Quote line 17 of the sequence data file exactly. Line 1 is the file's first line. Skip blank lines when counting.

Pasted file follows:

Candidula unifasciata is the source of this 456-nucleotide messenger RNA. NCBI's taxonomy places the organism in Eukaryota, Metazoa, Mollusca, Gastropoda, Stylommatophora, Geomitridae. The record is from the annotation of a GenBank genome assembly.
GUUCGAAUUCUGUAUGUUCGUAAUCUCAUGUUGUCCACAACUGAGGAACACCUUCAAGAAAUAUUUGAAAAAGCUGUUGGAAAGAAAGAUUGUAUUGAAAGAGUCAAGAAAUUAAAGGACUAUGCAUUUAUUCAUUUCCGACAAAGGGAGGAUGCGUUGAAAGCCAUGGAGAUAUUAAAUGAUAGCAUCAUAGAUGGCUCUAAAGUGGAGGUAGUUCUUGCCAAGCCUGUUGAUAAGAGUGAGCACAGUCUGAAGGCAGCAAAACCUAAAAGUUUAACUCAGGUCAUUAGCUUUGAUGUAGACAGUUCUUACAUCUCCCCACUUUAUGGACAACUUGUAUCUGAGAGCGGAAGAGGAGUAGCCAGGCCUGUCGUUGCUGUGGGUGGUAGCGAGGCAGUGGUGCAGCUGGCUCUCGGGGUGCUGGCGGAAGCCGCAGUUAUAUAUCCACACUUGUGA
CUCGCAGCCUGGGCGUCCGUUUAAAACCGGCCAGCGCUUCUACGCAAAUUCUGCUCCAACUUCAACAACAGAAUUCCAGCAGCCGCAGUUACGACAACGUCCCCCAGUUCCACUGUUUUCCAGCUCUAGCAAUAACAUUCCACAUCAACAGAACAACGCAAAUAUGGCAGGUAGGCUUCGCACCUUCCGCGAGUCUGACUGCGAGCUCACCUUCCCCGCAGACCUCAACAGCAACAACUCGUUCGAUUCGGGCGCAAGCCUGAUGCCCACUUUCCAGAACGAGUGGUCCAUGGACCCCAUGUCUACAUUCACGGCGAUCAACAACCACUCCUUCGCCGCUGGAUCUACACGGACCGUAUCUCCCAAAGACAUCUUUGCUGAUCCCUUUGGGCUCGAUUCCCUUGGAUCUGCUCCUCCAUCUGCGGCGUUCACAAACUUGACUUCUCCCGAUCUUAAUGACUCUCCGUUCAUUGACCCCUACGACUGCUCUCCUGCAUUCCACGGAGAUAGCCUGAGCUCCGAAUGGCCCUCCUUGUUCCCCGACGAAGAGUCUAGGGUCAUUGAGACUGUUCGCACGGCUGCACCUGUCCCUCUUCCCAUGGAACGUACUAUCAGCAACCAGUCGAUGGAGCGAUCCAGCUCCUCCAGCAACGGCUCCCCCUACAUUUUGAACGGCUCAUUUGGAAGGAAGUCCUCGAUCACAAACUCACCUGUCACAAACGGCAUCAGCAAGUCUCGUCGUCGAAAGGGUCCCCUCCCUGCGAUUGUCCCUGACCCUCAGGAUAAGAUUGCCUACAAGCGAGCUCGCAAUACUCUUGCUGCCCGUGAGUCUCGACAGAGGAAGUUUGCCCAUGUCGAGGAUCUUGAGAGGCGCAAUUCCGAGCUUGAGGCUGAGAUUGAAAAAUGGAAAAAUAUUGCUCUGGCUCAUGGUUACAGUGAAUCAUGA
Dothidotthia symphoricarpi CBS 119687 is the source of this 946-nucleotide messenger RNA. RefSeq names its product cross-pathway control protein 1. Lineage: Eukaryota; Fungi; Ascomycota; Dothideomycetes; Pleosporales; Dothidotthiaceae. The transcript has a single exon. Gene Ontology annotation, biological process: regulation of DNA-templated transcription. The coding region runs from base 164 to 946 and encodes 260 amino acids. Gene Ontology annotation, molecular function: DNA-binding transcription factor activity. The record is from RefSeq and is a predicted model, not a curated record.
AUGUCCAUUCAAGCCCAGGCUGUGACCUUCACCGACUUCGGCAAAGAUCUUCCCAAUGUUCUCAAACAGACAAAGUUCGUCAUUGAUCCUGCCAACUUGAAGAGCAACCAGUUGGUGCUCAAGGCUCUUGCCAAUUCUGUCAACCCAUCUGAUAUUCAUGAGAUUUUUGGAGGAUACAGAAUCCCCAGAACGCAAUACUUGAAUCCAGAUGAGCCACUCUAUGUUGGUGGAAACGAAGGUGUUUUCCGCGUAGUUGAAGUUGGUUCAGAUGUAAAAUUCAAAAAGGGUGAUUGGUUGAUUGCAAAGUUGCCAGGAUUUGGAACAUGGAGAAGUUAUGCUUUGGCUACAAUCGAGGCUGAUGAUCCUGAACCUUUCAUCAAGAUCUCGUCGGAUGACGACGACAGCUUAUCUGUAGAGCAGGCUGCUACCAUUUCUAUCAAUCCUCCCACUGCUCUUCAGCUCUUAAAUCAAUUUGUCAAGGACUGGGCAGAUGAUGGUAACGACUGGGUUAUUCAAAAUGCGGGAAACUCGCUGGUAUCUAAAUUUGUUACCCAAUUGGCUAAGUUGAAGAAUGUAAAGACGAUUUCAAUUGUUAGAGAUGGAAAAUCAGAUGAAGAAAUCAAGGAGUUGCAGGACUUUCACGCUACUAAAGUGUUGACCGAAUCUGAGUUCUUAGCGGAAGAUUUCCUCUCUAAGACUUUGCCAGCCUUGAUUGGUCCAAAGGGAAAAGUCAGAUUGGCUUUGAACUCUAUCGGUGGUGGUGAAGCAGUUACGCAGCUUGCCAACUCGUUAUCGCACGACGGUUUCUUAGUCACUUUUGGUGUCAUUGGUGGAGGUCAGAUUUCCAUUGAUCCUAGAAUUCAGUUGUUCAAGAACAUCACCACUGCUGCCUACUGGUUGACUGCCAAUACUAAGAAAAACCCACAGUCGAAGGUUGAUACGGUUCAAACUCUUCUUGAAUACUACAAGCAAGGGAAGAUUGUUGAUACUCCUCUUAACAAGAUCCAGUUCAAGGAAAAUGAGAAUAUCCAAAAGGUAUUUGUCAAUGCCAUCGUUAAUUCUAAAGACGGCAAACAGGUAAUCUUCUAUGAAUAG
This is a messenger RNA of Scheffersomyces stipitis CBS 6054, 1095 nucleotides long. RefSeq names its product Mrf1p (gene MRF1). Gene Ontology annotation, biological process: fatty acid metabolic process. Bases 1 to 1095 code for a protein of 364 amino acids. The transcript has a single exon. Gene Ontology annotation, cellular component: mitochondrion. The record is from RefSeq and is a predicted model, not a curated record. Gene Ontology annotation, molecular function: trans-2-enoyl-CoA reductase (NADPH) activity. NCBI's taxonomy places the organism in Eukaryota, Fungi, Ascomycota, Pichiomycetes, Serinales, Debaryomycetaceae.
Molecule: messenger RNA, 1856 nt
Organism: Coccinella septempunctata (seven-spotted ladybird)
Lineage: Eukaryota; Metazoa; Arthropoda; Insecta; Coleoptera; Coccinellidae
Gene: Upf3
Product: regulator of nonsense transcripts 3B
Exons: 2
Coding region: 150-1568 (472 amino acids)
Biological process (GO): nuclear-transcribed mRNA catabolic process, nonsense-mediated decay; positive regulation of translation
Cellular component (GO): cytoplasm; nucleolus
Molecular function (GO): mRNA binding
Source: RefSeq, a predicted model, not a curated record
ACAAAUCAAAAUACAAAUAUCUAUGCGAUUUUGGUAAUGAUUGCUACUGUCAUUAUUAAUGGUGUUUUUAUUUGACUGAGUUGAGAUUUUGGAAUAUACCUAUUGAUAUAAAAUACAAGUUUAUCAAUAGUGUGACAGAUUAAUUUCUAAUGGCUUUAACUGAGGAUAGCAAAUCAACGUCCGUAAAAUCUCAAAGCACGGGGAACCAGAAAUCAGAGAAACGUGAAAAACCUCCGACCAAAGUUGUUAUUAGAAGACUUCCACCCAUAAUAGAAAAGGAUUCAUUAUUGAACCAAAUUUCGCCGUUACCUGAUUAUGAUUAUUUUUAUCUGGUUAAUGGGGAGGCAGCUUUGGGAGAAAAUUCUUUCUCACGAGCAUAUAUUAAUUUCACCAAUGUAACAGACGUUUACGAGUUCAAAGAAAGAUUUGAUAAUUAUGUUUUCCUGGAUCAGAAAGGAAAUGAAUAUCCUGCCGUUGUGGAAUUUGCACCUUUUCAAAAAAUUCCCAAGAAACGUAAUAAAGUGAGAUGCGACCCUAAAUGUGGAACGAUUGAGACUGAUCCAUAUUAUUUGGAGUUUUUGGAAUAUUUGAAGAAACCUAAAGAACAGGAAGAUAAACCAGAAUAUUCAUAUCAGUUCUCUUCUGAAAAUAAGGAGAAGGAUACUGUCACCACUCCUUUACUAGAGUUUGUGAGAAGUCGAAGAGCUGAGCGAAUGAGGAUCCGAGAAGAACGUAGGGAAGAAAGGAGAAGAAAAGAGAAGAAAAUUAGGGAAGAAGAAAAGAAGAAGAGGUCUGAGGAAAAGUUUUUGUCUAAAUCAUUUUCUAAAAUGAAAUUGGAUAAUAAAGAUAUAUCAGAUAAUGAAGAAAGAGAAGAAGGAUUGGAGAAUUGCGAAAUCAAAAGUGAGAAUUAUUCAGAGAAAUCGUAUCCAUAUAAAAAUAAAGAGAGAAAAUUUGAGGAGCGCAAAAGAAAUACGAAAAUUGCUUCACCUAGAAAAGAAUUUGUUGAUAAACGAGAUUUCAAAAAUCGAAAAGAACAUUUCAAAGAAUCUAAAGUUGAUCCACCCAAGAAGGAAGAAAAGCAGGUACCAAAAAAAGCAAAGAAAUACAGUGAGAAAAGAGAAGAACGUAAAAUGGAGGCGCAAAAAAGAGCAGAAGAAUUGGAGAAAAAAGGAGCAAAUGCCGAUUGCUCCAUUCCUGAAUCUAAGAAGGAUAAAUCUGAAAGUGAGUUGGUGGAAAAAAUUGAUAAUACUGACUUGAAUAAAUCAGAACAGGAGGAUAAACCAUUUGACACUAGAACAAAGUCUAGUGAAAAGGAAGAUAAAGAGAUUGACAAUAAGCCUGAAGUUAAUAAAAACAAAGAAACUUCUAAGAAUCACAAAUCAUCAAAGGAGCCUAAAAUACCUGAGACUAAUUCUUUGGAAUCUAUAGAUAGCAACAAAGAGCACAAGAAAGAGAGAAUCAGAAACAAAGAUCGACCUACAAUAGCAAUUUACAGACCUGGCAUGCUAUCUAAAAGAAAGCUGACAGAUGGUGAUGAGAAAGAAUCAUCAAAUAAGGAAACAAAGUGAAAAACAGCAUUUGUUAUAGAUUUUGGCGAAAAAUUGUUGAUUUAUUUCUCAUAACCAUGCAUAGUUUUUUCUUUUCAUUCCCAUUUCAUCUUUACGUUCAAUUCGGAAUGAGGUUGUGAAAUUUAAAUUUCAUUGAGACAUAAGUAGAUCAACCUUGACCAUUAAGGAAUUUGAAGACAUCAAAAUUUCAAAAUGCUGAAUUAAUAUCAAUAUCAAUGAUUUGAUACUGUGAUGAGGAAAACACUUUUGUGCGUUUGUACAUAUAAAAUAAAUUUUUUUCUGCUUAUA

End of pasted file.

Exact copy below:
Source: RefSeq, a predicted model, not a curated record